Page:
Celebrate spring and bring the season into your home with these easy expert tips for simple, stylish arrangements.
“A rose by any other name would smell as sweet.” When the fair Juliet, in the bloom of her youth, spoke these words about her Romeo, she may have not realized the profound notion behind this now well-worn sentiment: a name is not necessarily a definition. In the world of flora and fauna, there are many species that may look like one thing but have been defined as something else. Take, for example, the awkward-sounding yet delicately formed Ranunculus.
“It’s my favourite spring bloom,” says Rosemary Little Jeffares, the fittingly monikered owner of Toronto’s Quince Flowers. “It’s also known as ‘spring rose,’ yet it looks like a mini-peony: multi-petalled, round shape, full — and it gets fuller and lovelier as it ages.”
Little Jeffares appreciates the ready availability of the flower and the singularly beautiful statement that its blooms can make. She uses them to bring a little bit of the outdoors in during the early season. “They are so simple to arrange,” she says. “Get a dozen or so long stems and enjoy them in a tall vase at the beginning of the week. Use the latest ‘flower knot’ [a nest of clear tubular acrylic that nearly disappears in your vase and is available at florists] to arrange them, or try a single hydrangea bloom as an armature to support and separate the blooms.”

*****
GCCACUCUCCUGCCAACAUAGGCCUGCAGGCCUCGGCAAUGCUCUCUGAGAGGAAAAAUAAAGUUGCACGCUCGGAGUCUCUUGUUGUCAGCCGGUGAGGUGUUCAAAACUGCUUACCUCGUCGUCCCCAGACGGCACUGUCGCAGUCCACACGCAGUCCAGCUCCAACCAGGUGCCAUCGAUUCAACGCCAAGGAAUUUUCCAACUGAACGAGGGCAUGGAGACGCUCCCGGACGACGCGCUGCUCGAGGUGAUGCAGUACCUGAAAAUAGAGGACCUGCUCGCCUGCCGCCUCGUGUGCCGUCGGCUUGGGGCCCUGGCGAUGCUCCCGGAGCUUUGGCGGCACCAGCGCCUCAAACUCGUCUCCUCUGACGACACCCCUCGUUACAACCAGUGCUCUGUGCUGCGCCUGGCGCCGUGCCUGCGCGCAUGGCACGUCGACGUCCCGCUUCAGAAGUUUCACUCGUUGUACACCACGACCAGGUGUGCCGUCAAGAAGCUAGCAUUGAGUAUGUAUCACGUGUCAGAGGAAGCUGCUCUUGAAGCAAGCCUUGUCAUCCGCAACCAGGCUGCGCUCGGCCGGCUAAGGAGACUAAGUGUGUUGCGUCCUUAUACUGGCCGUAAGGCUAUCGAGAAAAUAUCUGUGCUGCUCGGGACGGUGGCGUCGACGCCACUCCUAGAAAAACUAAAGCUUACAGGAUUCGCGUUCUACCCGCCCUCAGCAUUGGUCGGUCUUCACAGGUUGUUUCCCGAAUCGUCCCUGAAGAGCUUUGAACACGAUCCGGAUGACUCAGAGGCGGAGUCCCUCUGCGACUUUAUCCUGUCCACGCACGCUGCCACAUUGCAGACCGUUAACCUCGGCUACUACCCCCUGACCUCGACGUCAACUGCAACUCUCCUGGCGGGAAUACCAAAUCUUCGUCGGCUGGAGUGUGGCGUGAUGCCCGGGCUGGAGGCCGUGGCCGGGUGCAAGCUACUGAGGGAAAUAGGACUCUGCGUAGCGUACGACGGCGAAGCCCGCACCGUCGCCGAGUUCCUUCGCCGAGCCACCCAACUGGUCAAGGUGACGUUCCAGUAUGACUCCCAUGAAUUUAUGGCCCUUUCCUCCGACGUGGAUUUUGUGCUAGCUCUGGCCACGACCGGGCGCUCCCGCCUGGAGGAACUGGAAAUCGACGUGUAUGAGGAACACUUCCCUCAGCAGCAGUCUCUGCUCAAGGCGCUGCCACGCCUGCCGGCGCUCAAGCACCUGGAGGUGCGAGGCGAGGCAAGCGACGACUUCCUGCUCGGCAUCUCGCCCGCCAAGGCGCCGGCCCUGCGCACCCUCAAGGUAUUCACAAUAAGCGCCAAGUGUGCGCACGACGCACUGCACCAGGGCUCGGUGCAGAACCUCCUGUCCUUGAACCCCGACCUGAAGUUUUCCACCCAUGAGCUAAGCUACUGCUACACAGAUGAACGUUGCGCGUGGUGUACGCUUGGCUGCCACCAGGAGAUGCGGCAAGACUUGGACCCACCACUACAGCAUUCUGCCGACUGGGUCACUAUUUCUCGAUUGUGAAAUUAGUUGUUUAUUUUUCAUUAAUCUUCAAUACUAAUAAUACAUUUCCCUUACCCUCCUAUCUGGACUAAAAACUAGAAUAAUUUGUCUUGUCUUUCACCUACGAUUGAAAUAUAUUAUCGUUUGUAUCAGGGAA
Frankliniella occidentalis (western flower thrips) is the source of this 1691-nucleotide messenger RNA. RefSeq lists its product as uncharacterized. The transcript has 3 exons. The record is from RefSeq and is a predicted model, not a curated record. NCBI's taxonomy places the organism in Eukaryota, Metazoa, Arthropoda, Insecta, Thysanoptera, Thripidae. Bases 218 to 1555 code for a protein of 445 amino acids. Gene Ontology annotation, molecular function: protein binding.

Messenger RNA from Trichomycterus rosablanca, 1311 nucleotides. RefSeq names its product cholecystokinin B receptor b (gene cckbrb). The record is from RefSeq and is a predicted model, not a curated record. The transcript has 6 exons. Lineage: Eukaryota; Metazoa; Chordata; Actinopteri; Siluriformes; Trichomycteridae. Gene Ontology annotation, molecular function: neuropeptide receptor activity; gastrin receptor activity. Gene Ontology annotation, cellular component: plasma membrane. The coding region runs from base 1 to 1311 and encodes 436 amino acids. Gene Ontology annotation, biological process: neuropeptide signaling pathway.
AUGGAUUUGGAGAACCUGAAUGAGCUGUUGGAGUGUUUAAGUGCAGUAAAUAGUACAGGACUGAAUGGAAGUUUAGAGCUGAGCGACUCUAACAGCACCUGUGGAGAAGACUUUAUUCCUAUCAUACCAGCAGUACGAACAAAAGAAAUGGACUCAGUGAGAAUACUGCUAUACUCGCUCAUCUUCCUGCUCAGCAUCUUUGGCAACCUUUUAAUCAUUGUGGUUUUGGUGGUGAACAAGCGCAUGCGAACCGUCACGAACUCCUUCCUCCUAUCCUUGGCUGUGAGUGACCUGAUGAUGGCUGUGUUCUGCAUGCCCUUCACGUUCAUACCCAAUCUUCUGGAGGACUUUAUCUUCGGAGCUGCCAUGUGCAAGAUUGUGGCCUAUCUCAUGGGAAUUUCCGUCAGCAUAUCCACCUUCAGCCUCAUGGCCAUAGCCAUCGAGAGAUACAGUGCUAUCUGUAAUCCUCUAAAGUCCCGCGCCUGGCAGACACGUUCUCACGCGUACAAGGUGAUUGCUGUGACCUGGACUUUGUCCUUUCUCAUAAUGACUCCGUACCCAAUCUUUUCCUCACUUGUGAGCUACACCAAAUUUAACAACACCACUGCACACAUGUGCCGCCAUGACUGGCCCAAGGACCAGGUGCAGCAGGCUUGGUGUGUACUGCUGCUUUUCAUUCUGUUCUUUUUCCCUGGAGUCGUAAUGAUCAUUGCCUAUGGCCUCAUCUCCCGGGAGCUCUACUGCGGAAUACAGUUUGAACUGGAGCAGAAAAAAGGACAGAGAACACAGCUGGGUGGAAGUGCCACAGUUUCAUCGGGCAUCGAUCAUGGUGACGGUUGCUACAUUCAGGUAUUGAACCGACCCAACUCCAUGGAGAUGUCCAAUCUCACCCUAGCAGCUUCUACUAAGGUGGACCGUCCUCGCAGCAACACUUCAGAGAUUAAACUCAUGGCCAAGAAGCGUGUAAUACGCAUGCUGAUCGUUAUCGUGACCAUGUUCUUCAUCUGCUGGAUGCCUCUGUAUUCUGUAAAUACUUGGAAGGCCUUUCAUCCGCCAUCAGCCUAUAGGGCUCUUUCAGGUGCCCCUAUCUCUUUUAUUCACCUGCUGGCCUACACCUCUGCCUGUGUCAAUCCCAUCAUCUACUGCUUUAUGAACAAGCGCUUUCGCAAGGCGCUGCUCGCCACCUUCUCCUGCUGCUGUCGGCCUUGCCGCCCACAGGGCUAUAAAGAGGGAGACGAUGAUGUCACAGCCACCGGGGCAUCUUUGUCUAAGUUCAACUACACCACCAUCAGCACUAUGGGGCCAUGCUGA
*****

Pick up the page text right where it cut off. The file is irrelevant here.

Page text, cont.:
Little Jeffares suggests cutting the Ranunculus down at the end of the week and clustering them in a vintage jug or creamer. “I like to add a little greenery at this point, picked off a houseplant such as rosemary.”
Speaking of houseplants, their natural air-cleaning ability and fresh hit of green have put them back in decorator vogue. But think outside the pot for spring pre-potted bulbs, such as tulips, daffodils or hyacinths. “Shake off the soil, then rinse the roots off under running water, being careful to catch the earth in a sieve,” suggests Little Jeffares. “Put the bare bulbs in a short tank vase with stones to secure the roots, and fill with water to cover the roots.”
Or pair the bulbs with what this florist considers the current stars of the floral world: Asian orchids. “They just keep getting better and better in terms of variety and colour,” says Little Jeffares. “I love to mix them with spring flowers.” Another favourite, she says, is the green hydrangea from South America, which can be found at florists. “The bright green makes other colours pop. They do double duty as foliage and flower and have real longevity in arrangements.”